When Louis Pasteur filed a patent for a beer production process, the Carlsberg brewery was the first to use it in Denmark. Jacob Christian Jacobsen, founder of Carlsberg, developed a deep respect for Pasteur. Their mutual esteem and sincere friendship stood the test of time. A symbol of their relationship is the famous painting by Léon Bonnat, produced in 1886 at the request of J.C. Jacobsen and given by his son Carl Jacobsen to Louis Pasteur in 1888.
On June 28, 1871, Louis Pasteur filed an invention patent for a beer production process. He had observed that fermentation was caused by microorganisms, and he proposed a method to destroy them by heating the liquid to a minimum temperature of 55°C for a few minutes, then immediately cooling it. This method, applicable to all perishable liquids, is known the world over as "pasteurization."
In Denmark, Carlsberg was the first brewery to pasteurize its beer. Jacob Christian Jacobsen founded the Danish brewery Carlsberg in 1846 and the Carlsberg Research Laboratory in 1875, the latter soon producing significant scientific results for brewers everywhere. "J.C. Jacobsen developed a deep respect for [Louis] Pasteur," explains Birgitte Skadhauge, Vice President, Carlsberg Research Laboratory | Carlsberg Foundation. He admired Pasteur even more than Professor Emil Chr. Hansen, a Danish mycologist and physiologist who Jacobsen had hired to work in his new Carlsberg laboratory. Professor Hansen, a fermentation specialist known as the "Nordic Pasteur," was a devoted student of Pasteur's research.
What was the first thing Louis Pasteur patented?
The first "patent" filed by Louis Pasteur was for a process of alcoholic fermentation (February 3, 1857).
Between 1861 and 1873, Louis Pasteur then filed a series of other patents for acetic fermentation, wine preservation processes, and beer production (this last patent was filed on June 28, 1871).
Louis Pasteur himself played an important role in the relationship between Jacobsen and Hansen. "The two scientists [Hansen and Pasteur] discussed their theories together. Pasteur invited Hansen to come to Paris the following year. In his laboratory, he introduced him to his colleagues. Hansen's respect for Pasteur was reciprocated when in 1886, Pasteur awarded Hansen the gold medal of the Society for the Development of National Industry in France."
The brewer J.C. Jacobsen died in April 1887. The Institut Pasteur was established by decree on June 4, 1887, and building work soon began. On October 23, Louis Pasteur, who was in poor health following a stroke, asked Carl Jacobsen for two plaster molds of the bronze bust representing him, which had been commissioned by Carl's late father J.C. Jacobsen from the sculptor Paul Dubois. He wanted to give copies of the bust to his children. The original is on display in the entrance hall of the Carlsberg Foundation in Copenhagen.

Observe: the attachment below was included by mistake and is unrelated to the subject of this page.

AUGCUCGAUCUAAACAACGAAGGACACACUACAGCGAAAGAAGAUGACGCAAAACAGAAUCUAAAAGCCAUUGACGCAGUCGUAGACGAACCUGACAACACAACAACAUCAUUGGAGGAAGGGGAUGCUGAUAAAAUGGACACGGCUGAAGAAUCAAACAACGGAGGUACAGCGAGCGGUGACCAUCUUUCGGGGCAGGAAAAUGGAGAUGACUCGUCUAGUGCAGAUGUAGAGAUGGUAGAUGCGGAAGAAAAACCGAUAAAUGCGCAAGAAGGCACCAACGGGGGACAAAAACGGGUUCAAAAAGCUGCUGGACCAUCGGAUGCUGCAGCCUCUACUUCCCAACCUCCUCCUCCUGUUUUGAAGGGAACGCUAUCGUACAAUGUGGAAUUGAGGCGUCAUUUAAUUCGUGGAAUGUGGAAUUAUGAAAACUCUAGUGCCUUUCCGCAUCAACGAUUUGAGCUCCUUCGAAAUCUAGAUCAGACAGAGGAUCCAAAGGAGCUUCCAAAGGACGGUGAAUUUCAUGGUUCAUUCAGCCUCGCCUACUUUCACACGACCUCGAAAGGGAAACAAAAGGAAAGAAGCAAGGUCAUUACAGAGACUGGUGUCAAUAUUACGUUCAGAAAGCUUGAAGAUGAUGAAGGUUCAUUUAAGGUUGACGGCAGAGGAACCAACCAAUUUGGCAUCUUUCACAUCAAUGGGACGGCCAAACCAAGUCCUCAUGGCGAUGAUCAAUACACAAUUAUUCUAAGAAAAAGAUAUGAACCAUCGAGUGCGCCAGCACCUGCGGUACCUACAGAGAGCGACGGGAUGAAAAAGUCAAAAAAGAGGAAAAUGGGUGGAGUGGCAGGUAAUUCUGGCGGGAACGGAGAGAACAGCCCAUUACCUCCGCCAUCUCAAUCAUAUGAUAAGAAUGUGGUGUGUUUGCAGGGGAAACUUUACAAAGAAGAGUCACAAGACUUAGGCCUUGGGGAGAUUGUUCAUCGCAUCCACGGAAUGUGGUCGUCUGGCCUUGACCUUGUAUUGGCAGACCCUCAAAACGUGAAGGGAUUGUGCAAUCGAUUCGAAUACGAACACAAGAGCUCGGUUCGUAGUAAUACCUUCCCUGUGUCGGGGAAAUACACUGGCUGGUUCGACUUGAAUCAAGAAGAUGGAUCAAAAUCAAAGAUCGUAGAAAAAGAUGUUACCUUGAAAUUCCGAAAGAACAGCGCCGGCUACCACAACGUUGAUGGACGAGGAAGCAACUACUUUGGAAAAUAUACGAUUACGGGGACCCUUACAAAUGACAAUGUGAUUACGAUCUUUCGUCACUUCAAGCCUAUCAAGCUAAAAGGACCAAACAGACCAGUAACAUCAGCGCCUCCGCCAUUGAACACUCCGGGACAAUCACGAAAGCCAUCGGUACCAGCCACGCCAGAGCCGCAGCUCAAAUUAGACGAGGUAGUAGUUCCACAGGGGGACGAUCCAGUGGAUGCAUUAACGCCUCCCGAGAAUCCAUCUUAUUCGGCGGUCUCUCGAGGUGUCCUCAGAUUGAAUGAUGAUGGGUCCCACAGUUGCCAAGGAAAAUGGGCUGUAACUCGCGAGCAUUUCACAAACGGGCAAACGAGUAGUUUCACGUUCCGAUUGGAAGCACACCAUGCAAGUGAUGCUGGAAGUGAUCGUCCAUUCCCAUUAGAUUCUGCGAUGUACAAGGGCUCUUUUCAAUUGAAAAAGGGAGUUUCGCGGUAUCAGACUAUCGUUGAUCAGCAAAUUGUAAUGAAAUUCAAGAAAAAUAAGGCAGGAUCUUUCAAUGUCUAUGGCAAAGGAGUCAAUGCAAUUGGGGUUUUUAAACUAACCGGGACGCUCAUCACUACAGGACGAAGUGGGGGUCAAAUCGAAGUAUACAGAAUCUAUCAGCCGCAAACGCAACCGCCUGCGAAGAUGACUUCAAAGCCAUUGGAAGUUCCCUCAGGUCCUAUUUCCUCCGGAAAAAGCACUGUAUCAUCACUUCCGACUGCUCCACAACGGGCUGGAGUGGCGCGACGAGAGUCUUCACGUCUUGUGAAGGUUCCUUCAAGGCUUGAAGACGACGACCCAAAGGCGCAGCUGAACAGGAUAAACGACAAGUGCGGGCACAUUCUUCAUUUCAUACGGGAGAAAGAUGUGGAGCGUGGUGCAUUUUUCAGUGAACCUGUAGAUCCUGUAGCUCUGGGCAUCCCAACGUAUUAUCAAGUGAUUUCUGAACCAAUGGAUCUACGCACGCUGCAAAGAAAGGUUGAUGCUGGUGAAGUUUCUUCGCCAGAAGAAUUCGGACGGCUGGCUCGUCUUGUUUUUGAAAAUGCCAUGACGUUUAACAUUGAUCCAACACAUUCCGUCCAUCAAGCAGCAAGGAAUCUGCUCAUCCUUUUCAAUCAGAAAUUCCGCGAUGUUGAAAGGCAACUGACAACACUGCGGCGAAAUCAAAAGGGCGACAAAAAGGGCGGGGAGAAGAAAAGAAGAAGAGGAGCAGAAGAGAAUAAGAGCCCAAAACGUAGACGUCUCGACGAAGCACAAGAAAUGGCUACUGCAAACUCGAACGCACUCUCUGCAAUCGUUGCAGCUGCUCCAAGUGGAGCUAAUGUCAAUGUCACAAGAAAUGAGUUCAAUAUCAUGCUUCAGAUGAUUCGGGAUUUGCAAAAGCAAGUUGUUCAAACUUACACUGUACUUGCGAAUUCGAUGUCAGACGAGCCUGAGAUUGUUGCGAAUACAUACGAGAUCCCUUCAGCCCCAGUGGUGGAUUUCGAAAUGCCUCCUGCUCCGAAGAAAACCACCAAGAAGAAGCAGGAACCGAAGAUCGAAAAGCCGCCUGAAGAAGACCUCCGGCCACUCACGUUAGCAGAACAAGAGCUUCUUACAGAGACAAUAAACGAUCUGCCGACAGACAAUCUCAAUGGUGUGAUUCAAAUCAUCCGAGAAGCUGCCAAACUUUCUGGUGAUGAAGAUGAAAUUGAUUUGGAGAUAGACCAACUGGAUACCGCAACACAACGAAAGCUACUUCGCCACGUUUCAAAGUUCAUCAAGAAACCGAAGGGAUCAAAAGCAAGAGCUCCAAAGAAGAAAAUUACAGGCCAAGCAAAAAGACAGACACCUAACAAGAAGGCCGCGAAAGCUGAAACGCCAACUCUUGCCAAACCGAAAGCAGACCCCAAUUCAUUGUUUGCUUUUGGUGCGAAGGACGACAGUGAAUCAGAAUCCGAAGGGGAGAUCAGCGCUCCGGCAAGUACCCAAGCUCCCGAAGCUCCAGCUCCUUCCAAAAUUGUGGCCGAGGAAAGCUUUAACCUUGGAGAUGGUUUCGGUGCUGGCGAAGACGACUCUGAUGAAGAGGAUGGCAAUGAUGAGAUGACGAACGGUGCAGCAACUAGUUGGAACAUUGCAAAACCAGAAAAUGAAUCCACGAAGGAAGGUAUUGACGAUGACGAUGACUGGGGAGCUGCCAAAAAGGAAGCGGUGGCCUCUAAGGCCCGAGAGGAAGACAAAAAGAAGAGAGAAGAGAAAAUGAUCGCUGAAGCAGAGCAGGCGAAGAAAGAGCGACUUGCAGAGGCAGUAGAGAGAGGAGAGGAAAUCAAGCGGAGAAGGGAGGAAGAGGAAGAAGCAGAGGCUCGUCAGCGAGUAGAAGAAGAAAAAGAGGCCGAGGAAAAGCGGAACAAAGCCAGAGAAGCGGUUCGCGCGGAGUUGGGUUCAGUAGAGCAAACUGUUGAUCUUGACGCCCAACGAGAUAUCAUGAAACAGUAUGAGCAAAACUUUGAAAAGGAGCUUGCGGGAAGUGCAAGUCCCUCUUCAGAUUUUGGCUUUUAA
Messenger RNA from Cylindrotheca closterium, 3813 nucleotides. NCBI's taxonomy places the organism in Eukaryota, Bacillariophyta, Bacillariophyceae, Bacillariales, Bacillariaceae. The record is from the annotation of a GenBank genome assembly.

"I would be very grateful to have a plaster cast of Carlsberg's original marble. (…) I hope, dear Carl, that you won't find my request too intrusive. It gives me pleasure to ask this of you, as it is a sign of the affection and recognition I had for the man whom we continue to grieve along with you."
Louis Pasteur to Carl Jacobsen, Paris, November 7, 1887.
When Pasteur received two copies of the bust, he immediately thanked Carl Jacobsen.
"The two boxes have arrived and their contents are in perfect condition. The care with which the items were wrapped indicates a great art lover who is served by wise workers. How can I thank you enough, dear Carl, for having these fine plaster molds made so quickly? Alongside the portrait by Edelfelt, I know of no other works that have a better likeness and have been as expertly executed. (…) I hope that this letter, with which I send, along with my thanks, my very best wishes for the new year, finds you in good health and happiness, both yourself and also Mrs. Jacobsen and all your beautiful and dear children."
Louis Pasteur to Carl Jacobsen, Paris, December 30, 1887.
In 1888, Carl Jacobsen made Louis Pasteur the guest of honor at the Nordic Exhibition of Industry, Agriculture and Art in Copenhagen, and presented him with a painting that has remained famous:
Louis Pasteur, decorated with the Legion of Honour, and his granddaughter, Camille Vallery-Radot. Oil on canvas signed Léon Bonnat (1833-1922) in 1886.
This painting was commissioned in 1885 by J.C. Jacobsen, director of the Carlsberg Breweries in Copenhagen, to be offered to Mrs. Pasteur. Carlsberg Breweries were the first breweries to pasteurize beer.
Copyright: Institut Pasteur/Musée Pasteur
Still in poor health (in 1888), Louis Pasteur was unable to travel to Copenhagen, but he had established lasting links with the Carlsberg brewery, its founder J.C. Jacobsen and his son Carl, and the Danish scientist Emil Hansen.
On November 14, 1888, the Institut Pasteur was inaugurated in Paris.
On September 28, 1895, Louis Pasteur died in Marnes-la-Coquette (now in the Hauts-de-Seine department but at that time in Seine-et-Oise).
In 1901, at the end of his career, Danish scientist Hansen summed up his own achievements by borrowing the famous words of Pasteur: "There is nothing more satisfying for a scientist [...] than to make new discoveries. But the pleasure is doubled when he sees them being directly used in daily life."